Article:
Learning a language is directly related to confidence. If you speak the language–even when you feel like you don’t know how–the worst that can happen is you leave the other person feeling completely confused, but at least you tried, and you probably made them laugh which is always a good thing. Most often, they will correct you in an attempt to help you.
Two things to remember:
1) Push yourself to speak the language. Try to use it whenever you can. I often find myself talking more than I would normally just to see if I can find a new way to speak in Spanish.
2) Learn to be ok with all the words you don’t know, and learn to be ok with silence. There are going to be moments when you simply just don’t feel like talking, as you would with people who speak the same language, it’s important to remember that if you have the mindset that you need to be talking at all times, you aren’t going to be enjoying yourself, and the conversation won’t flow naturally.
Learning a new language has given me a whole new appreciation for language. Everywhere I go, there is the opportunity to learn. I read billboards, advertisements, labels, flyers, and listen to people talk. I might not have any idea what they are saying, but just hearing the words helps me become familiar with them.
To simplify, it’s really all about taking care with your words and not being too hard on yourself.
Today I walked into one of my classes to find a woman I had never seen before standing at the front of the room. She was talking with my professor, and the level of her voice told me that she had something to say. Something she wasn’t afraid to say. Her confidence was apparent within moments of entering the room. She had the piercing presence that effortlessly attracted the attention of everyone around . . .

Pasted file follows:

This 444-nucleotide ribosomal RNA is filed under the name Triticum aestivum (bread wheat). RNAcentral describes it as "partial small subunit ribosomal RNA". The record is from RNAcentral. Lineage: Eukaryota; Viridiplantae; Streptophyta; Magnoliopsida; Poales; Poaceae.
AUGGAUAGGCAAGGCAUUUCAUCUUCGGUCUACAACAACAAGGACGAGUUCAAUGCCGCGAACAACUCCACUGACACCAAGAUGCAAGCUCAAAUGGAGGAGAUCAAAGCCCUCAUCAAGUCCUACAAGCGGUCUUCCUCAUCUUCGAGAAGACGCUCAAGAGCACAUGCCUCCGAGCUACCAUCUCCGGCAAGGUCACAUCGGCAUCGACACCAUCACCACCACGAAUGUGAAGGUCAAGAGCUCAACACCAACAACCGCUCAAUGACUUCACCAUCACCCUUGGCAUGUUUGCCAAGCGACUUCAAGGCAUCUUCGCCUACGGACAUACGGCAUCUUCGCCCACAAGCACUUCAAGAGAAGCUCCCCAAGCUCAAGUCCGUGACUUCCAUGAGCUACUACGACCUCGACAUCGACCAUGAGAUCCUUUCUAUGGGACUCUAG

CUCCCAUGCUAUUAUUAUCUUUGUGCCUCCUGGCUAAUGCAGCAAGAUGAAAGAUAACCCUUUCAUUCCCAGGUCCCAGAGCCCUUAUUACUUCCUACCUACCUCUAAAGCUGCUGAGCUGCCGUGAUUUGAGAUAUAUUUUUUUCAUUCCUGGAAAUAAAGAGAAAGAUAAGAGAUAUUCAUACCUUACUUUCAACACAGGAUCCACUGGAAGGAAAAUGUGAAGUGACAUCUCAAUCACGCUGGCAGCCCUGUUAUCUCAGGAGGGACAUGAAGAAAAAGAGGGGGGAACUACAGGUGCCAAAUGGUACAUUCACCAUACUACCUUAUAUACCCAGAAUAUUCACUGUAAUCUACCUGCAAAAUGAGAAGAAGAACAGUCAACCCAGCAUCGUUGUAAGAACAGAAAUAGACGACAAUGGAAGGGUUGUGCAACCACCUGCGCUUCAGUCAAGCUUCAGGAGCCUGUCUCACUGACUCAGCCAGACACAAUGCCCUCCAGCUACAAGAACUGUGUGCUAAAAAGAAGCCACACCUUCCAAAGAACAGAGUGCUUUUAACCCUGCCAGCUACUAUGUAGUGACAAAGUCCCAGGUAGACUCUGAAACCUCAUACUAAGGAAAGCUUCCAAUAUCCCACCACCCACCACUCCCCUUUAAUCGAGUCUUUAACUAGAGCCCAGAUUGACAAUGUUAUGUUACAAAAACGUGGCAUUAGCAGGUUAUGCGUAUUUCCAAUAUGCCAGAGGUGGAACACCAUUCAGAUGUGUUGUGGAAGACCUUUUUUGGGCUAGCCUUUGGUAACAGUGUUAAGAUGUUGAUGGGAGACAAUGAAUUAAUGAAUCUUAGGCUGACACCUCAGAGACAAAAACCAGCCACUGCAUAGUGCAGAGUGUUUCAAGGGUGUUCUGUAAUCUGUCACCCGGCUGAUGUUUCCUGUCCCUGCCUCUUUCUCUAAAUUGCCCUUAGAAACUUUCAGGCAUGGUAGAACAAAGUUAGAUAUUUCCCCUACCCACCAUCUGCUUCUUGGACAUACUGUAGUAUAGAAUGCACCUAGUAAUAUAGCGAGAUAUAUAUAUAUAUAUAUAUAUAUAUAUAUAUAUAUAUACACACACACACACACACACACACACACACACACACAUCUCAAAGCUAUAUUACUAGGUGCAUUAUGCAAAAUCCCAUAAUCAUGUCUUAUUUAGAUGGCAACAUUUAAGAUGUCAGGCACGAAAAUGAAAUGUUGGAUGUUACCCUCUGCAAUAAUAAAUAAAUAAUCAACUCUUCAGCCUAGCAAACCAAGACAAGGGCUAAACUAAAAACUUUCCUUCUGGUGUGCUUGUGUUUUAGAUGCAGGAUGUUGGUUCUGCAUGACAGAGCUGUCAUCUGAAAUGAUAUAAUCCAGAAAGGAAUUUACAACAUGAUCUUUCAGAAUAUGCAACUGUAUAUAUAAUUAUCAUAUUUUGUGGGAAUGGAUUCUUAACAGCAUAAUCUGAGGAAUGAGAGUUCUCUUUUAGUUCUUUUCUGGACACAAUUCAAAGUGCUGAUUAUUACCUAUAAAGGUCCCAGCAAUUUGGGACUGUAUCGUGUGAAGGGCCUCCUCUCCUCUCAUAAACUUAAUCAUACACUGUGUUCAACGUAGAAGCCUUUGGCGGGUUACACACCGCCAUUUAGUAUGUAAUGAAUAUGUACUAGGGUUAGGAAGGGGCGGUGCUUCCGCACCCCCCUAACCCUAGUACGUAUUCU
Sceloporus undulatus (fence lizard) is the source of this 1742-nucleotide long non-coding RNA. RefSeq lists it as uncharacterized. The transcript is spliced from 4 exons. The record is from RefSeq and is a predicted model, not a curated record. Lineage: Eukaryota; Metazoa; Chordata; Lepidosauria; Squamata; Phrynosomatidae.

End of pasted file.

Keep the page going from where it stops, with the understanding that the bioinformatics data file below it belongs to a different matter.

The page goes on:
When everyone (all six of us) came into the classroom, my professor introduced her as the founder of a project known as “Rainforest Flow.” We had watched a video about this project the previous class.
Her name is Nancy. An older woman from Connecticut. A fashion photographer for L.A. and New York City. She’s photographed Tyra Banks. Cameron Diaz. Anthony Hopkins.
She began talking about how in her late-thirties, after becoming a successful photographer, she wanted something more out of life. She wanted to search for inner truth. She came to Peru to find a shaman deep within the rainforest. Along her journey there, she talked with the local indigenous people. She asked them what they wanted most in their communities, and the response that was repeated again and again was WATER. Clean water. She was inspired to help the indigenous people learn about santiation and hygiene and to help make clean water accessbile to those who asked for help.
She was a very empowering speaker. She mentioned all of the opposition she faced when creating this organization. People told her it would fail–that she was crazy for even thinking she could help–she only had a 2-year Art School degree and everyone else around her–the ethnobotanists, the medical anthropologists–all had PH.Ds.
After living in the rainforest for over a week, and being in Peru for three months, she came back to the States and created “The House of Children” and within 45 days it was registered as a non-government organization.
What she said during that hour was only secondary to how she made everyone around me, including myself, feel.